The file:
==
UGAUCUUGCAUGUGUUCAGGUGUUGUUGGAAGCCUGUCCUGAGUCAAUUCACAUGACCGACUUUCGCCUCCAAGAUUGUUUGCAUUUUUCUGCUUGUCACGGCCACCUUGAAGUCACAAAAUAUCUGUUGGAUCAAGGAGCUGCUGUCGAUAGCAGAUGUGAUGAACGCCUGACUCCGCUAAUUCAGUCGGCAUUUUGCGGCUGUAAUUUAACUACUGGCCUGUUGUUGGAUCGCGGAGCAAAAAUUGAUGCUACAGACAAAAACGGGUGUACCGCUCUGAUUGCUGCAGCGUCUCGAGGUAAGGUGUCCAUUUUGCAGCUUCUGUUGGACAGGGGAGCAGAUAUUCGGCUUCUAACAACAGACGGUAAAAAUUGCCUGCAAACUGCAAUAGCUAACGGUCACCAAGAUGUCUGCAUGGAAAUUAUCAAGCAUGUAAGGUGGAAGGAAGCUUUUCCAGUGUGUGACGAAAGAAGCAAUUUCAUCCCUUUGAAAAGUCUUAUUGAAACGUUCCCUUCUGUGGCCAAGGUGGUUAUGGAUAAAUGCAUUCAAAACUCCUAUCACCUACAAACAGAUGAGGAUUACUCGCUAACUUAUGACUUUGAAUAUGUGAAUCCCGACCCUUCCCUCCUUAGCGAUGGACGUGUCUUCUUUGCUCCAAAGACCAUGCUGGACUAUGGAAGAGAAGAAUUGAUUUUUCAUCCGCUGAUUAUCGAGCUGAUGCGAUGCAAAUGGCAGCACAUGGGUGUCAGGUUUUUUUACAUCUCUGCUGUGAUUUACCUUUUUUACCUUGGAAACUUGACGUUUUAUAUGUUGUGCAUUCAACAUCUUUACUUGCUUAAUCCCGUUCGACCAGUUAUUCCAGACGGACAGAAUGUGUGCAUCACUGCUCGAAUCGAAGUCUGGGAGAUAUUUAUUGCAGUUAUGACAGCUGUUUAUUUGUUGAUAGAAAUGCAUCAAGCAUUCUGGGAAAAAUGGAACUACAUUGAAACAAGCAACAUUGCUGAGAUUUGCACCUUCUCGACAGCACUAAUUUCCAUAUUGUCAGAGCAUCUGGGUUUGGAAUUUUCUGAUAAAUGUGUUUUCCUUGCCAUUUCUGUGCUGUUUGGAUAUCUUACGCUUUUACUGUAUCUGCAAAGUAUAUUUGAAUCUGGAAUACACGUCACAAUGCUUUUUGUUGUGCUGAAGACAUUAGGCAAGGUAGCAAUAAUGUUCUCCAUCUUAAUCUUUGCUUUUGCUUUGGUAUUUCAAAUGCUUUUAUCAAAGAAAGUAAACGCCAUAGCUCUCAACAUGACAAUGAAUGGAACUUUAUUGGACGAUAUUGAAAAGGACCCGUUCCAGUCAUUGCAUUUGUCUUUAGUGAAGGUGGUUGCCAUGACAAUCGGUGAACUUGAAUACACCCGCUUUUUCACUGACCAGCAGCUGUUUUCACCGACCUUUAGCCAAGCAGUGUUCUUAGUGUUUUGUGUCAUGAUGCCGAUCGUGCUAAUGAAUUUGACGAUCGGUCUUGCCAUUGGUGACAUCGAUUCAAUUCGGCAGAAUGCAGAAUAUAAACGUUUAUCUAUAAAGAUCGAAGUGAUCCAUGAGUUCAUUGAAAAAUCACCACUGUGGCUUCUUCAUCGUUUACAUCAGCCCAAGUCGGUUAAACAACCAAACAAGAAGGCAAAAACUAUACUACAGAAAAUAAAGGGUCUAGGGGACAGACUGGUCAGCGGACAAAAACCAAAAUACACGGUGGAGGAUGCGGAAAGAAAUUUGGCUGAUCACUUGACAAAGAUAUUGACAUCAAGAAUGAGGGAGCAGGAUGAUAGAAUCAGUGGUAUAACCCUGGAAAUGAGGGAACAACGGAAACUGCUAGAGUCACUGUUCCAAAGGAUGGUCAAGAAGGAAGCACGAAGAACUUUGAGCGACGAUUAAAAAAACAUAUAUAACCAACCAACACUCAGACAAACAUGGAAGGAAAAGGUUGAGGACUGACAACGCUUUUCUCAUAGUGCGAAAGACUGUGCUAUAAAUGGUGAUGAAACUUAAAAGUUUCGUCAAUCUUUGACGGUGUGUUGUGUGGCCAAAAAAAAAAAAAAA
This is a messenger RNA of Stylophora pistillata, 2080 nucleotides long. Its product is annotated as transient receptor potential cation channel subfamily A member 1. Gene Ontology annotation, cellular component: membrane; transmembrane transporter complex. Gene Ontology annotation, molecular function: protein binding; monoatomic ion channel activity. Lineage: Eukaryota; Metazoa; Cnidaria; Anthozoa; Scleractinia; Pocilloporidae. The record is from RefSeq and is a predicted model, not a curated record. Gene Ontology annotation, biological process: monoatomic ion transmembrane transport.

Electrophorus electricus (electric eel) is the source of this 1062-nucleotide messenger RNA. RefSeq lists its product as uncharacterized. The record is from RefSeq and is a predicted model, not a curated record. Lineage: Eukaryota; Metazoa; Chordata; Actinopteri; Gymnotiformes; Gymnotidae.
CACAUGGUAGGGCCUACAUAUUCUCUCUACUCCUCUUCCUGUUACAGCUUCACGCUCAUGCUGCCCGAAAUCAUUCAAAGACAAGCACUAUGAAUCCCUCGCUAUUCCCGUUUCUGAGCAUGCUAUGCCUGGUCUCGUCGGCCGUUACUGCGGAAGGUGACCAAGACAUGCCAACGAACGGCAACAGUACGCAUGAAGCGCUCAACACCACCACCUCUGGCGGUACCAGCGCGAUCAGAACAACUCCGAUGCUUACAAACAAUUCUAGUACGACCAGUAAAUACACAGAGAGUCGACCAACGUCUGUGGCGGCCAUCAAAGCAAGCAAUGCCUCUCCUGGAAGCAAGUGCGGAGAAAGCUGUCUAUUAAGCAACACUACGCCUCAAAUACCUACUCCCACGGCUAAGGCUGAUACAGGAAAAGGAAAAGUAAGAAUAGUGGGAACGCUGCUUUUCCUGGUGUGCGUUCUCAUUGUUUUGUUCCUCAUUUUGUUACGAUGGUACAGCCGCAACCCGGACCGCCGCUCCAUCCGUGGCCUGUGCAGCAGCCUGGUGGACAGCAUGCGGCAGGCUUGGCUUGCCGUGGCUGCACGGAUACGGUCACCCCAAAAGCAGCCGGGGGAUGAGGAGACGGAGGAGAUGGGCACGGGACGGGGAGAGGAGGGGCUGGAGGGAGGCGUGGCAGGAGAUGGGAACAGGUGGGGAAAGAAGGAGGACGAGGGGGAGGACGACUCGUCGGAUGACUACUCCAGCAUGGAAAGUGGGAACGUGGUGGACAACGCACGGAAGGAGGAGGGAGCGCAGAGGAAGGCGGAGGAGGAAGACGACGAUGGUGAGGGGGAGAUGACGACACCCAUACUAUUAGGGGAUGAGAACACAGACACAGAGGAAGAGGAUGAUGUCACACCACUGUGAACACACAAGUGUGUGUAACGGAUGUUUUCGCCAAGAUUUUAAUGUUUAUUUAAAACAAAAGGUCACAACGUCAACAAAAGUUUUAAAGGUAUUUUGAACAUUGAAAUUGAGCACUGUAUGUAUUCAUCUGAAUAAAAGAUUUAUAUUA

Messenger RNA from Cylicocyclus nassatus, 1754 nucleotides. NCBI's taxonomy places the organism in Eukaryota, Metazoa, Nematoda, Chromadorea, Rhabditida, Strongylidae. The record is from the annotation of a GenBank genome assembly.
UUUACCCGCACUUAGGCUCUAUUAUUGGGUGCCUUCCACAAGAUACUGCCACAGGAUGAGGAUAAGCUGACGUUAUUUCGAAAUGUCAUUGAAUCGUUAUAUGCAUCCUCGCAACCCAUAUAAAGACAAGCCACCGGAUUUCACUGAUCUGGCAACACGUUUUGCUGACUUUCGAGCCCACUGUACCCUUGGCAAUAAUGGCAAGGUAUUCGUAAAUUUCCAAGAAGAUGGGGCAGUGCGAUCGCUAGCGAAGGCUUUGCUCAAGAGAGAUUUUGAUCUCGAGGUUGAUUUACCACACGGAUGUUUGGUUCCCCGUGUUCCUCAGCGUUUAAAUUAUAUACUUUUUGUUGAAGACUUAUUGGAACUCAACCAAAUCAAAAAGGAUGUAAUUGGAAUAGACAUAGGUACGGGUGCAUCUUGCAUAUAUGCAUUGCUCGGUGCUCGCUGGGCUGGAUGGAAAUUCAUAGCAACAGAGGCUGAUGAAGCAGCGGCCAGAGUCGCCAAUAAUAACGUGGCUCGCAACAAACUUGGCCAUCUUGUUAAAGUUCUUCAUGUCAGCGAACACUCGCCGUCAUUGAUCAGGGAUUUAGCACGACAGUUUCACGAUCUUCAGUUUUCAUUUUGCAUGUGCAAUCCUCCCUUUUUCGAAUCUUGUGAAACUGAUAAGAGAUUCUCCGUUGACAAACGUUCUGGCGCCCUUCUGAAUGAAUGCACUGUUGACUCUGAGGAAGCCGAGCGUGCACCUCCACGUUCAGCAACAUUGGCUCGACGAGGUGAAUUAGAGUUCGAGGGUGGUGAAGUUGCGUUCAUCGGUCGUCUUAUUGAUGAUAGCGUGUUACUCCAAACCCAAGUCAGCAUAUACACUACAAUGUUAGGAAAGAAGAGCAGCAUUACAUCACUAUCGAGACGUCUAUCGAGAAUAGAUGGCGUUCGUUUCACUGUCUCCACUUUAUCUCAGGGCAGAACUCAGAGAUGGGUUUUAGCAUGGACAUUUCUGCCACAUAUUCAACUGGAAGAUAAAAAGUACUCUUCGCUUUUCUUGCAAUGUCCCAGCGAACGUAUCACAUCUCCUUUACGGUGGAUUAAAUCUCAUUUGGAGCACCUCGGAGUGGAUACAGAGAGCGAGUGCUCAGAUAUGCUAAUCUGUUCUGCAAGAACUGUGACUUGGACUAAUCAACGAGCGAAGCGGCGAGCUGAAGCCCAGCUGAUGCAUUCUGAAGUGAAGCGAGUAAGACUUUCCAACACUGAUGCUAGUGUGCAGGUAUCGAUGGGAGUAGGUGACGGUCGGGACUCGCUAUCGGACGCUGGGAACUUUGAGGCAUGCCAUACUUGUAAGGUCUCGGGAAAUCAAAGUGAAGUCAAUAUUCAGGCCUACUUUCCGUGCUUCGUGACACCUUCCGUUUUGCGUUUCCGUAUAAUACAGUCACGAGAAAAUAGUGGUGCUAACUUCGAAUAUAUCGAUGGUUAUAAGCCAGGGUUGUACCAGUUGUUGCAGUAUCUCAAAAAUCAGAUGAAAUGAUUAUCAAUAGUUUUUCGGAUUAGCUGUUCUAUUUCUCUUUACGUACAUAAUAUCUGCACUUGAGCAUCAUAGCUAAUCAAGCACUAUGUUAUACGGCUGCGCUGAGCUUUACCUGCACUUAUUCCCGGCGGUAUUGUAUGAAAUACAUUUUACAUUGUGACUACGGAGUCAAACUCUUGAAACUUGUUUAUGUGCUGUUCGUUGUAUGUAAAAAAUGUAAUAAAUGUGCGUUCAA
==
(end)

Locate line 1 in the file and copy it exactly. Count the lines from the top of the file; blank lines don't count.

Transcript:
UGAUCUUGCAUGUGUUCAGGUGUUGUUGGAAGCCUGUCCUGAGUCAAUUCACAUGACCGACUUUCGCCUCCAAGAUUGUUUGCAUUUUUCUGCUUGUCACGGCCACCUUGAAGUCACAAAAUAUCUGUUGGAUCAAGGAGCUGCUGUCGAUAGCAGAUGUGAUGAACGCCUGACUCCGCUAAUUCAGUCGGCAUUUUGCGGCUGUAAUUUAACUACUGGCCUGUUGUUGGAUCGCGGAGCAAAAAUUGAUGCUACAGACAAAAACGGGUGUACCGCUCUGAUUGCUGCAGCGUCUCGAGGUAAGGUGUCCAUUUUGCAGCUUCUGUUGGACAGGGGAGCAGAUAUUCGGCUUCUAACAACAGACGGUAAAAAUUGCCUGCAAACUGCAAUAGCUAACGGUCACCAAGAUGUCUGCAUGGAAAUUAUCAAGCAUGUAAGGUGGAAGGAAGCUUUUCCAGUGUGUGACGAAAGAAGCAAUUUCAUCCCUUUGAAAAGUCUUAUUGAAACGUUCCCUUCUGUGGCCAAGGUGGUUAUGGAUAAAUGCAUUCAAAACUCCUAUCACCUACAAACAGAUGAGGAUUACUCGCUAACUUAUGACUUUGAAUAUGUGAAUCCCGACCCUUCCCUCCUUAGCGAUGGACGUGUCUUCUUUGCUCCAAAGACCAUGCUGGACUAUGGAAGAGAAGAAUUGAUUUUUCAUCCGCUGAUUAUCGAGCUGAUGCGAUGCAAAUGGCAGCACAUGGGUGUCAGGUUUUUUUACAUCUCUGCUGUGAUUUACCUUUUUUACCUUGGAAACUUGACGUUUUAUAUGUUGUGCAUUCAACAUCUUUACUUGCUUAAUCCCGUUCGACCAGUUAUUCCAGACGGACAGAAUGUGUGCAUCACUGCUCGAAUCGAAGUCUGGGAGAUAUUUAUUGCAGUUAUGACAGCUGUUUAUUUGUUGAUAGAAAUGCAUCAAGCAUUCUGGGAAAAAUGGAACUACAUUGAAACAAGCAACAUUGCUGAGAUUUGCACCUUCUCGACAGCACUAAUUUCCAUAUUGUCAGAGCAUCUGGGUUUGGAAUUUUCUGAUAAAUGUGUUUUCCUUGCCAUUUCUGUGCUGUUUGGAUAUCUUACGCUUUUACUGUAUCUGCAAAGUAUAUUUGAAUCUGGAAUACACGUCACAAUGCUUUUUGUUGUGCUGAAGACAUUAGGCAAGGUAGCAAUAAUGUUCUCCAUCUUAAUCUUUGCUUUUGCUUUGGUAUUUCAAAUGCUUUUAUCAAAGAAAGUAAACGCCAUAGCUCUCAACAUGACAAUGAAUGGAACUUUAUUGGACGAUAUUGAAAAGGACCCGUUCCAGUCAUUGCAUUUGUCUUUAGUGAAGGUGGUUGCCAUGACAAUCGGUGAACUUGAAUACACCCGCUUUUUCACUGACCAGCAGCUGUUUUCACCGACCUUUAGCCAAGCAGUGUUCUUAGUGUUUUGUGUCAUGAUGCCGAUCGUGCUAAUGAAUUUGACGAUCGGUCUUGCCAUUGGUGACAUCGAUUCAAUUCGGCAGAAUGCAGAAUAUAAACGUUUAUCUAUAAAGAUCGAAGUGAUCCAUGAGUUCAUUGAAAAAUCACCACUGUGGCUUCUUCAUCGUUUACAUCAGCCCAAGUCGGUUAAACAACCAAACAAGAAGGCAAAAACUAUACUACAGAAAAUAAAGGGUCUAGGGGACAGACUGGUCAGCGGACAAAAACCAAAAUACACGGUGGAGGAUGCGGAAAGAAAUUUGGCUGAUCACUUGACAAAGAUAUUGACAUCAAGAAUGAGGGAGCAGGAUGAUAGAAUCAGUGGUAUAACCCUGGAAAUGAGGGAACAACGGAAACUGCUAGAGUCACUGUUCCAAAGGAUGGUCAAGAAGGAAGCACGAAGAACUUUGAGCGACGAUUAAAAAAACAUAUAUAACCAACCAACACUCAGACAAACAUGGAAGGAAAAGGUUGAGGACUGACAACGCUUUUCUCAUAGUGCGAAAGACUGUGCUAUAAAUGGUGAUGAAACUUAAAAGUUUCGUCAAUCUUUGACGGUGUGUUGUGUGGCCAAAAAAAAAAAAAAA